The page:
Joint Base Andrews (JBA), the installation in Prince George’s County, Maryland that is operated by the US Air Force (USAF) and serves as a base for air combat units from all across the Department of Defense (DoD), has begun hosting a course in 3D printing. The course is run by Spark X Cell, an innovation laboratory located on JBA that provides units there with advanced manufacturing and tech development and support services.
Opened in 2019, Spark X is part of the USAF accelerator AFWERX’s ‘Spark cell network’, a decentralized, global network dedicated to innovation. Spark X’s first class took place on December 1, with plans for a new class each month depending on participation levels.
Illustrating the extent to which the military’s interest in additive manufacturing (AM) R&D goes far beyond use of the technology for munitions production, USAF Tech. Sgt. Matt Hettwer joined the class in order to learn how to print parts for an electric trombone. Hettwer, who says he is not “super well versed in 3D printing yet”, specifically hopes to learn how to print a Musical Instrument Digital Interface (MIDI)-controller in the course, suggesting Spark X Cell contains the equipment necessary for 3D printed electronics.
The Spark X course is nearly identical to one I mentioned in an article from June 2023, “US Military Innovation Pushed to the Frontlines with Advanced Manufacturing”. That class, which was formed in March 2023, takes place at the US Army’s 82nd Airborne Division at Fort Bragg, in the installation’s Airborne Innovation Lab. The Fort Bragg course is also designed to be open to all servicemembers regardless of rank or occupational specialty.
Above the specific end-use parts produced, these courses highlight the most urgent priority driving the US military’s interest in AM: workforce development for the US manufacturing base. The Department of Energy recently released the report, Options for a National Plan for Smart Manufacturing, and the webinar about the release largely revolved around the need for comprehensive workforce training efforts.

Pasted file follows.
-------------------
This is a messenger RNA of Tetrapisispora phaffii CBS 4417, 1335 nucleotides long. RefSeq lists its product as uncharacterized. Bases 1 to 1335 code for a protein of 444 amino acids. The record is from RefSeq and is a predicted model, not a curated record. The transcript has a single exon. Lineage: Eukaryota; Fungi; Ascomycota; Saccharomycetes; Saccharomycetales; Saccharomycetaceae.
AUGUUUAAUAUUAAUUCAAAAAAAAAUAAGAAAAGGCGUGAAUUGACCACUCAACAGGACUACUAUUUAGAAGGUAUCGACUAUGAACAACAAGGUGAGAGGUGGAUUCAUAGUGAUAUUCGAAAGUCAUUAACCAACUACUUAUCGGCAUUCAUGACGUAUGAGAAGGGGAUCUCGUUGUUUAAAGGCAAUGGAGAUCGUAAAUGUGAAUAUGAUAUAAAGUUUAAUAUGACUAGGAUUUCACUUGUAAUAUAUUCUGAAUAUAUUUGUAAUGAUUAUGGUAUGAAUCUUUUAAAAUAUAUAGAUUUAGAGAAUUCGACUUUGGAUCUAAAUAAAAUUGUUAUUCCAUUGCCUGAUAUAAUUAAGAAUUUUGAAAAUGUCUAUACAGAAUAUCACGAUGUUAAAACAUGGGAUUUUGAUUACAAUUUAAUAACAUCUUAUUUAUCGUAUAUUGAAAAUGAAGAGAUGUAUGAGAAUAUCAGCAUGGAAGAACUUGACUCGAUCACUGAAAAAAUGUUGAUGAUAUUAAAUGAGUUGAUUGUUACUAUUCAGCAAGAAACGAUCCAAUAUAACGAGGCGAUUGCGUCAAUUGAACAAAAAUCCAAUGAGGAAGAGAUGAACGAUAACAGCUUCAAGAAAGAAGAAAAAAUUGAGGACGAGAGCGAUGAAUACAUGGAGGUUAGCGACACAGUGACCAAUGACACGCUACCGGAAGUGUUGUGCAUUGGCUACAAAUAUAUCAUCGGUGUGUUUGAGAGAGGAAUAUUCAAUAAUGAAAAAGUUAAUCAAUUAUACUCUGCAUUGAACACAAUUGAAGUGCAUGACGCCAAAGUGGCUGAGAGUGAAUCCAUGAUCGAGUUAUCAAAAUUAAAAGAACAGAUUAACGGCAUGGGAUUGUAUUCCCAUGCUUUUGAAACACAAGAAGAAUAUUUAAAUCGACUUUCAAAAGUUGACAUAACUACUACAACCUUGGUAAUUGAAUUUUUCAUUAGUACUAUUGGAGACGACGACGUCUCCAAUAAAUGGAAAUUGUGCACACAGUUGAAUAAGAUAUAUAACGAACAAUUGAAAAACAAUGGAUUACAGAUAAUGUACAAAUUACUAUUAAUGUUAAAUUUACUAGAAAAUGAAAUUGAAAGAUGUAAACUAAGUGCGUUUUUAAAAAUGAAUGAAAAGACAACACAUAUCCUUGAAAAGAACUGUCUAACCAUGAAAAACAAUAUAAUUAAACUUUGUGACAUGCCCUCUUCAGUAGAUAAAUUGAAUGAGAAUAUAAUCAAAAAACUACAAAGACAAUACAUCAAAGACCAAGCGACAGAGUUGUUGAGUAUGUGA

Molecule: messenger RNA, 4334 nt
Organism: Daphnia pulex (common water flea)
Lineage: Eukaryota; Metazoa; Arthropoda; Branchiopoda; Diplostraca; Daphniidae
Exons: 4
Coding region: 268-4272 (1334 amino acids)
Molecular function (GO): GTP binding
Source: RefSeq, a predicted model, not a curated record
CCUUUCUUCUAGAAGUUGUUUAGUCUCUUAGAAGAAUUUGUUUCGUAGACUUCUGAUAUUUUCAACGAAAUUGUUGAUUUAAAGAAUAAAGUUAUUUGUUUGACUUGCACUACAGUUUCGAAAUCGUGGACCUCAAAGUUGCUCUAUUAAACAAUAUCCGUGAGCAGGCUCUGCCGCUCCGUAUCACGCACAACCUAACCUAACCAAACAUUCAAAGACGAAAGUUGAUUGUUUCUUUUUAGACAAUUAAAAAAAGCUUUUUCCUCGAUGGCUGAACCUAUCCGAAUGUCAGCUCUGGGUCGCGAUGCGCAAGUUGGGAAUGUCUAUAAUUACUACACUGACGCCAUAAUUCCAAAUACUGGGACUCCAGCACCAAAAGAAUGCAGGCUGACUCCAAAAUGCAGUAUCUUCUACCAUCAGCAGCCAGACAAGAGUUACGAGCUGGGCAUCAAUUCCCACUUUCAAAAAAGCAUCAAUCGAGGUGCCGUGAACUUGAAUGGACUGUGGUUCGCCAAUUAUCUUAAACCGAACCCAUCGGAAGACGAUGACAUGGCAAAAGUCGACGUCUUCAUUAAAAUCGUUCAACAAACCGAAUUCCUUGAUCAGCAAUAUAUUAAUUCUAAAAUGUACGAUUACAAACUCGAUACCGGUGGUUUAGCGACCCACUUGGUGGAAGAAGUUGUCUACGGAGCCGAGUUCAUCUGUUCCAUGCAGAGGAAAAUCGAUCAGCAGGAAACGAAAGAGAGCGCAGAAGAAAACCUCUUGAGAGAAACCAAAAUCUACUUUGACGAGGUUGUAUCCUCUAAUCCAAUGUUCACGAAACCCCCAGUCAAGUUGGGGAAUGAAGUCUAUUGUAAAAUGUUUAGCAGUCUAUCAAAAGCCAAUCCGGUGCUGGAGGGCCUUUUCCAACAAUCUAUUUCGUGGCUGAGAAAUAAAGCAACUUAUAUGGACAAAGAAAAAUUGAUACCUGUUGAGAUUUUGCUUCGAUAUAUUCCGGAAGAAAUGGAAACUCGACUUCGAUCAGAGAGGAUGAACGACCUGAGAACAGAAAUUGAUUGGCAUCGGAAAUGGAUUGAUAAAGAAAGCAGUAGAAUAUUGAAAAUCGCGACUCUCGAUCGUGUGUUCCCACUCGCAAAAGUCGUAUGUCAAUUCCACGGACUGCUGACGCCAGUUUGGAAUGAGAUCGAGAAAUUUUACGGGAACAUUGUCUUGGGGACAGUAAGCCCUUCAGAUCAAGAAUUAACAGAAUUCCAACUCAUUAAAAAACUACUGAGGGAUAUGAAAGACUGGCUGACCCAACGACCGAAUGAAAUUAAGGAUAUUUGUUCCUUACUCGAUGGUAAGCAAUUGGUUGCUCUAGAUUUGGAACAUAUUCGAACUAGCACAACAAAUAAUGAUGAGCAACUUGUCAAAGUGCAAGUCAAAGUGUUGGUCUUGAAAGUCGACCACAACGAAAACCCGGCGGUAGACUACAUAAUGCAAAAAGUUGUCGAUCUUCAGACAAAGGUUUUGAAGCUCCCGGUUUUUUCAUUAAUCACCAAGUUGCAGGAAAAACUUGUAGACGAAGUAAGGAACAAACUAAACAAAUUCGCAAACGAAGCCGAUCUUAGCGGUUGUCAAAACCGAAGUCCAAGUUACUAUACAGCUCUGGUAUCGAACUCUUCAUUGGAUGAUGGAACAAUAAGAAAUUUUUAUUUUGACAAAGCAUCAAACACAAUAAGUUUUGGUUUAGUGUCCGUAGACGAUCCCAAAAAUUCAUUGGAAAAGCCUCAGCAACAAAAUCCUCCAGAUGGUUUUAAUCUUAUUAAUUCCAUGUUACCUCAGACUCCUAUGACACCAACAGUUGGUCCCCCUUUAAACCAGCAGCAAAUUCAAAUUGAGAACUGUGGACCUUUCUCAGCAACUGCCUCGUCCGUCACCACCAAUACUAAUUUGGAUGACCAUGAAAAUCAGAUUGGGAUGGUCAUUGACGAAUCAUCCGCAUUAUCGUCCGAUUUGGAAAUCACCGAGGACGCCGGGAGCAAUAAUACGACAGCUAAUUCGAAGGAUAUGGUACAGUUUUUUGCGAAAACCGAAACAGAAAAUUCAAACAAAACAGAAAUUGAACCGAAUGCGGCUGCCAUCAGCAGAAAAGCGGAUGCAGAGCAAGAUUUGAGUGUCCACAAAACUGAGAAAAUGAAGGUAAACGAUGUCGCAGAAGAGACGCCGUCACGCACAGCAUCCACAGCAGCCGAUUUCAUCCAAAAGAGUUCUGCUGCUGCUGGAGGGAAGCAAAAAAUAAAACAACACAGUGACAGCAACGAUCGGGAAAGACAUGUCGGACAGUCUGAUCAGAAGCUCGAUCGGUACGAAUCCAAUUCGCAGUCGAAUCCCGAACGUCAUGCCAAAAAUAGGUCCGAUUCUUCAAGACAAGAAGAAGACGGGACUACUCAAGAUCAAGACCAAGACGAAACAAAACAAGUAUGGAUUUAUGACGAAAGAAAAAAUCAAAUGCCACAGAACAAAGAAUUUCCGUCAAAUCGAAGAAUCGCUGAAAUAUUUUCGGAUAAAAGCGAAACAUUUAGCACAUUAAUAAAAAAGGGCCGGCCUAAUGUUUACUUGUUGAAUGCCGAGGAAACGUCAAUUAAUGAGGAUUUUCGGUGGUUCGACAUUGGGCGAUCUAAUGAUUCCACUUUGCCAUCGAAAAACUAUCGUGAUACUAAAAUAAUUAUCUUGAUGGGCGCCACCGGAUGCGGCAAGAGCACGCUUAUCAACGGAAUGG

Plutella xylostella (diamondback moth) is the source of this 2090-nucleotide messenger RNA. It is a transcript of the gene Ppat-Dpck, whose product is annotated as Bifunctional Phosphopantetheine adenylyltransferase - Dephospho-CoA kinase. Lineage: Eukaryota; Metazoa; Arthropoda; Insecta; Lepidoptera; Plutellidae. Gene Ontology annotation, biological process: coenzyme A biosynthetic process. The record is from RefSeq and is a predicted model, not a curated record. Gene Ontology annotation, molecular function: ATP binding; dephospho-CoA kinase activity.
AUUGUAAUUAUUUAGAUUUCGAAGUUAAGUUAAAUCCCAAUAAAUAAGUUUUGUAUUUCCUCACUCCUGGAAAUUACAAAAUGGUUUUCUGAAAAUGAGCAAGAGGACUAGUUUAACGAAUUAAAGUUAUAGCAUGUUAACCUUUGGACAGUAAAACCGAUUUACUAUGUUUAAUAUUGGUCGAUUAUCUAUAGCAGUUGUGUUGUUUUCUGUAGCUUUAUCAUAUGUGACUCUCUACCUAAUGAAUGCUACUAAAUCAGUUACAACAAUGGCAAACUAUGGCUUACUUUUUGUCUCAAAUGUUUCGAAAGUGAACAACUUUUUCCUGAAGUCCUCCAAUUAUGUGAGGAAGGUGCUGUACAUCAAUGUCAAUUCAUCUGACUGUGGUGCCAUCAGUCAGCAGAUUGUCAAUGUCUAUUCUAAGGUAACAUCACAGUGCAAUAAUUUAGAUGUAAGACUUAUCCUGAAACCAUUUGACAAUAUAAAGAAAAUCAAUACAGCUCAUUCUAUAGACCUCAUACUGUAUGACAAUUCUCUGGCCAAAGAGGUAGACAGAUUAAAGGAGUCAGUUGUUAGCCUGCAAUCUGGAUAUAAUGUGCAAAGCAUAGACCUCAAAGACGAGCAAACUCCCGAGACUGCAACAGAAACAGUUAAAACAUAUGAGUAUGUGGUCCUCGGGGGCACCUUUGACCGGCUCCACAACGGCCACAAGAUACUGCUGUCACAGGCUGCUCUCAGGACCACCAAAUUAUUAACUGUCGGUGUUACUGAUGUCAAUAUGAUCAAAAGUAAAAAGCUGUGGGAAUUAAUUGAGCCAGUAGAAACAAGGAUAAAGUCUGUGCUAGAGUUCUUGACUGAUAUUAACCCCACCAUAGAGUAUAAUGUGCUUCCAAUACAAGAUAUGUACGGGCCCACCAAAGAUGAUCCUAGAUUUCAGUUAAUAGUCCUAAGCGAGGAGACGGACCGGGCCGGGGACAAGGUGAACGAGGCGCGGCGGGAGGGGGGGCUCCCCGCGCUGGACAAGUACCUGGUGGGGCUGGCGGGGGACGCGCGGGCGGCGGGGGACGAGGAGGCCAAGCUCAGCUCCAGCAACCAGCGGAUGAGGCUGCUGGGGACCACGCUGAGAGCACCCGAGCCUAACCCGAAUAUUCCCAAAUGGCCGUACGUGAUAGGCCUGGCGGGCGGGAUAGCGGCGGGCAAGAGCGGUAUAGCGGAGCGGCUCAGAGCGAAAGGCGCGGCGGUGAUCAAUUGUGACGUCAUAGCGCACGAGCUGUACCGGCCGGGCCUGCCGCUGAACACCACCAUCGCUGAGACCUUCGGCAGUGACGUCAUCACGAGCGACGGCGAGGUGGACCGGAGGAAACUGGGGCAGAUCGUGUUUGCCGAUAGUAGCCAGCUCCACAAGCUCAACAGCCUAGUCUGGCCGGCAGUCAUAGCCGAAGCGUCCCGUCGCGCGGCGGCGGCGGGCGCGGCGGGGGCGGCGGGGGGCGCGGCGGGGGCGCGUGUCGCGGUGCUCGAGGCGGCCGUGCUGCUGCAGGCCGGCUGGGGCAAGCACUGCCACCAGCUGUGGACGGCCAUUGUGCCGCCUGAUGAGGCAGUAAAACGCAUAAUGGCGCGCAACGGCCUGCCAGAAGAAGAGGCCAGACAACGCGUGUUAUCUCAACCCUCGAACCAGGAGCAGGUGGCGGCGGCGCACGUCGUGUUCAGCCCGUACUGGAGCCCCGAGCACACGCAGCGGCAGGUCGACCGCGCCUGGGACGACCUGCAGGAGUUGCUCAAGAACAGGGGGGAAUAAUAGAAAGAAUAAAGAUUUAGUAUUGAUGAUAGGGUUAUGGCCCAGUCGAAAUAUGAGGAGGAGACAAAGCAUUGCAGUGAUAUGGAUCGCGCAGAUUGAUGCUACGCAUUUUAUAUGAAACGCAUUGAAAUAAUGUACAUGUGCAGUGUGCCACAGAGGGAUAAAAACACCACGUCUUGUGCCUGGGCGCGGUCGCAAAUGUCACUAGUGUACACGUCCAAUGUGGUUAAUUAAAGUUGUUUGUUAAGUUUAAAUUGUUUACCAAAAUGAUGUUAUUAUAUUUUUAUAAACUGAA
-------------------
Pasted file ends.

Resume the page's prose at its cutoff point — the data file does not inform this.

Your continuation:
The DoD was set to release its National Defense Industrial Strategy this month, although that release has been postponed until January. But a pre-decisional draft of the report also highlights workforce development as one of the biggest challenges the US government faces in its attempt to reshore manufacturing.
CEO of consultancy BMNT, Peter Newell, highlighted this issue in the recent interview I did with him, and the US Navy’s Executive Director of Program Executive Office, Strategic Submarines, Matthew Sermon, has been on a veritable crusade about workforce development all year. Finally, you can read about the topic extensively in “Additive Manufacturing for the Military and Defense”, the AM Research report I co-wrote with Tali Rosman.
It seems almost guaranteed, that not only will a substantial proportion of the next generation of AM workers come from the US military, but even more critically, that the US’s entire next generation model for manufacturing workforce development will be largely predicated on the US military’s buildup of its AM labor pool. If there’s one thing the US military still has the assets and know-how to succeed at as well as anyone else, it’s workforce development: to succeed at that task for the manufacturing sector in the 21st century, the US military needs 3D printers.
Images courtesy of DVIDS
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